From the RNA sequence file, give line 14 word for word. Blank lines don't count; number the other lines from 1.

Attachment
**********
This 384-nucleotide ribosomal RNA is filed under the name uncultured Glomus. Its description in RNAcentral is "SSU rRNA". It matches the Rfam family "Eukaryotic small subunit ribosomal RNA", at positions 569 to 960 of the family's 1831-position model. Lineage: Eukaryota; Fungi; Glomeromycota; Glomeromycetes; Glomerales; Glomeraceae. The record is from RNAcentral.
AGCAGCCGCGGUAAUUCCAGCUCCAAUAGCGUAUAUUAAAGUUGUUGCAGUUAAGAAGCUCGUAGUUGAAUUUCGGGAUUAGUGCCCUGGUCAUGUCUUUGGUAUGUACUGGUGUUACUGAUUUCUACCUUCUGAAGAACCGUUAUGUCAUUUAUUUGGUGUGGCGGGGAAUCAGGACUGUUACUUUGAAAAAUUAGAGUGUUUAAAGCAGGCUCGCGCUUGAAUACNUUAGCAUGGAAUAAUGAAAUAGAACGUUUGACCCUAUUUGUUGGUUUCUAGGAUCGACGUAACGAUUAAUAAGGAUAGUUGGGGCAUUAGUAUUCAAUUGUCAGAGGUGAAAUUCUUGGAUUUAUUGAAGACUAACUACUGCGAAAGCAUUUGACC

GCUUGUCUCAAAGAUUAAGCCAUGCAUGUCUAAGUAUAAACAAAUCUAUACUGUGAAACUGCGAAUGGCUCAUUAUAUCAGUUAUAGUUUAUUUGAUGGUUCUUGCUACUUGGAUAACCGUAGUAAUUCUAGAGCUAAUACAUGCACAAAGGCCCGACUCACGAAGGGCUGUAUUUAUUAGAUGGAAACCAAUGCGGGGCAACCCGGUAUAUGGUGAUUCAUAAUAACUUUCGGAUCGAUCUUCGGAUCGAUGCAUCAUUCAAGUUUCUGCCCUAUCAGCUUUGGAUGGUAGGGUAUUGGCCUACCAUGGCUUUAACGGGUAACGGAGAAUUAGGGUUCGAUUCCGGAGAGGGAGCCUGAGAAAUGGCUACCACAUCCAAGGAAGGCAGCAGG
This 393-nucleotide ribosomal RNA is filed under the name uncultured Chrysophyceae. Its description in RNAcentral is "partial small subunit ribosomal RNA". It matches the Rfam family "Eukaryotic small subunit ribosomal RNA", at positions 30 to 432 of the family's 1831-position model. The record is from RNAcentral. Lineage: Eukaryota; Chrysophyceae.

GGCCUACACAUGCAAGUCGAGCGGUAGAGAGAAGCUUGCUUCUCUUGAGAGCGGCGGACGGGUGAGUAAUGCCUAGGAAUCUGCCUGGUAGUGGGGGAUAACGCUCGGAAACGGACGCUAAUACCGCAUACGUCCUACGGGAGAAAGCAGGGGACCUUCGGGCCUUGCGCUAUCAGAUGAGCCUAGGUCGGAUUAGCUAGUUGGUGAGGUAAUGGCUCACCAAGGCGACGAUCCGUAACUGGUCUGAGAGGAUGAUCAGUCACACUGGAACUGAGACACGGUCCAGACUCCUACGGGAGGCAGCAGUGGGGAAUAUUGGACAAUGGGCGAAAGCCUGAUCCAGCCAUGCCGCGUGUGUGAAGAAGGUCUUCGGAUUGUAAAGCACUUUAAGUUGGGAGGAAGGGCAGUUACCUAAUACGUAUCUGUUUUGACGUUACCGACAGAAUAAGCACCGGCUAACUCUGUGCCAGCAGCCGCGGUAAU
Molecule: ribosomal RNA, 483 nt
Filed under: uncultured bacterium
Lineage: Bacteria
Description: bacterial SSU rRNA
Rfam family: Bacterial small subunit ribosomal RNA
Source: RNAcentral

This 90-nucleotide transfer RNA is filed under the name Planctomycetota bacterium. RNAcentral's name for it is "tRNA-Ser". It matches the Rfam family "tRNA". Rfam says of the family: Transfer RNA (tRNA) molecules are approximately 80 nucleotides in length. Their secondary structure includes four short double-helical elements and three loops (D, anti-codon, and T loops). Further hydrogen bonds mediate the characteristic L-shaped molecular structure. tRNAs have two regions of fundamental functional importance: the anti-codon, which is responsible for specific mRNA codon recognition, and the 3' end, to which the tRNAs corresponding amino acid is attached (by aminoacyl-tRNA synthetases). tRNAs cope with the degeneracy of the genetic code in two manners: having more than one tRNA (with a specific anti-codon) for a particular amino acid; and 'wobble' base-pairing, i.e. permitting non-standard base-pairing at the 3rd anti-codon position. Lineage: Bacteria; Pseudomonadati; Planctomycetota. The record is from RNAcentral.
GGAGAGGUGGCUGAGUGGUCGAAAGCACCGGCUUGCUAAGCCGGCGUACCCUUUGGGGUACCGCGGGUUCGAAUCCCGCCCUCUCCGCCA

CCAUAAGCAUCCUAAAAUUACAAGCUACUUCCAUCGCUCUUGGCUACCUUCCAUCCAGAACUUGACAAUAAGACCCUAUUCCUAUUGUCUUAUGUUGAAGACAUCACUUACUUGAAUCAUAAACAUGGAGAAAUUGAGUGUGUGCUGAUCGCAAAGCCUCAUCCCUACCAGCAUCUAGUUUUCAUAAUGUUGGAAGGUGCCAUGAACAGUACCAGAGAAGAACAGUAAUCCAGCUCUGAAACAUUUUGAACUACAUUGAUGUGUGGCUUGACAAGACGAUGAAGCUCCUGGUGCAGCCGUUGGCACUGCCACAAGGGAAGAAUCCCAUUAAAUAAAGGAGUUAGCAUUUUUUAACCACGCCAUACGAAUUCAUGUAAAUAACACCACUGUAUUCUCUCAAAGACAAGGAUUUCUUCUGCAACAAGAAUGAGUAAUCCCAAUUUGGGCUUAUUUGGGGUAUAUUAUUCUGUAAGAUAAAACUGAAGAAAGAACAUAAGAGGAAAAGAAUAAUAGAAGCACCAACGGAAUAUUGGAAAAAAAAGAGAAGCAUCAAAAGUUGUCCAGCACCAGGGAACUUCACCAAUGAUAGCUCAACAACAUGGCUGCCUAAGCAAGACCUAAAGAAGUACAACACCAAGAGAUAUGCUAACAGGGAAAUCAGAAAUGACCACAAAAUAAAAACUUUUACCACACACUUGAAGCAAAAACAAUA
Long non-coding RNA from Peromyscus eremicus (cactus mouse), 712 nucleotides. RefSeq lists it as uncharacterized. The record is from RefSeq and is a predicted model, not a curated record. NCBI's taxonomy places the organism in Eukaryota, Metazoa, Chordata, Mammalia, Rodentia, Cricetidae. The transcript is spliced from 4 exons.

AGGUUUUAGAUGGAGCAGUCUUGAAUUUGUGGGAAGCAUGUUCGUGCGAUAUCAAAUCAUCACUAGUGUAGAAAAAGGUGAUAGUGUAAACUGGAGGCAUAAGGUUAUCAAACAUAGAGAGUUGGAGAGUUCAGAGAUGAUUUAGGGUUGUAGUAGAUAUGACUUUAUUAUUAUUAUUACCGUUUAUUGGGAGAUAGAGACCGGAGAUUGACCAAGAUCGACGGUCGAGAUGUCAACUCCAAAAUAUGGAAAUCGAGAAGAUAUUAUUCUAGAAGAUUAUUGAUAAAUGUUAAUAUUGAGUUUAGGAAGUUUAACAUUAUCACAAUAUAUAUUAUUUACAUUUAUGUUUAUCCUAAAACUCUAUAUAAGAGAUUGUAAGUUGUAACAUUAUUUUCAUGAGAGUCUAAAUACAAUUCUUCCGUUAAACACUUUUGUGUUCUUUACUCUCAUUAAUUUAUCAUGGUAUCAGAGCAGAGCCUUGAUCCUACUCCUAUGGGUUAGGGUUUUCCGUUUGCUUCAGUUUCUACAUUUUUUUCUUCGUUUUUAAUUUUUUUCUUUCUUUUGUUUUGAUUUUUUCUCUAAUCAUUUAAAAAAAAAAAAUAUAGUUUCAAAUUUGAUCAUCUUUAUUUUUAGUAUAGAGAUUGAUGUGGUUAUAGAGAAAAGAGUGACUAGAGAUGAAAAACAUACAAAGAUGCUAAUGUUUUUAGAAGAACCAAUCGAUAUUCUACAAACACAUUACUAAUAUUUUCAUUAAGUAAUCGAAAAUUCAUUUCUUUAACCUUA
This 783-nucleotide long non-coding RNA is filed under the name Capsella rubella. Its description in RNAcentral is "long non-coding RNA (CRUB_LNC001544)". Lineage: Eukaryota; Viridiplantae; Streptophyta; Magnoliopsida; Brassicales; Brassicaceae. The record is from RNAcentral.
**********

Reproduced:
CCAUAAGCAUCCUAAAAUUACAAGCUACUUCCAUCGCUCUUGGCUACCUUCCAUCCAGAACUUGACAAUAAGACCCUAUUCCUAUUGUCUUAUGUUGAAGACAUCACUUACUUGAAUCAUAAACAUGGAGAAAUUGAGUGUGUGCUGAUCGCAAAGCCUCAUCCCUACCAGCAUCUAGUUUUCAUAAUGUUGGAAGGUGCCAUGAACAGUACCAGAGAAGAACAGUAAUCCAGCUCUGAAACAUUUUGAACUACAUUGAUGUGUGGCUUGACAAGACGAUGAAGCUCCUGGUGCAGCCGUUGGCACUGCCACAAGGGAAGAAUCCCAUUAAAUAAAGGAGUUAGCAUUUUUUAACCACGCCAUACGAAUUCAUGUAAAUAACACCACUGUAUUCUCUCAAAGACAAGGAUUUCUUCUGCAACAAGAAUGAGUAAUCCCAAUUUGGGCUUAUUUGGGGUAUAUUAUUCUGUAAGAUAAAACUGAAGAAAGAACAUAAGAGGAAAAGAAUAAUAGAAGCACCAACGGAAUAUUGGAAAAAAAAGAGAAGCAUCAAAAGUUGUCCAGCACCAGGGAACUUCACCAAUGAUAGCUCAACAACAUGGCUGCCUAAGCAAGACCUAAAGAAGUACAACACCAAGAGAUAUGCUAACAGGGAAAUCAGAAAUGACCACAAAAUAAAAACUUUUACCACACACUUGAAGCAAAAACAAUA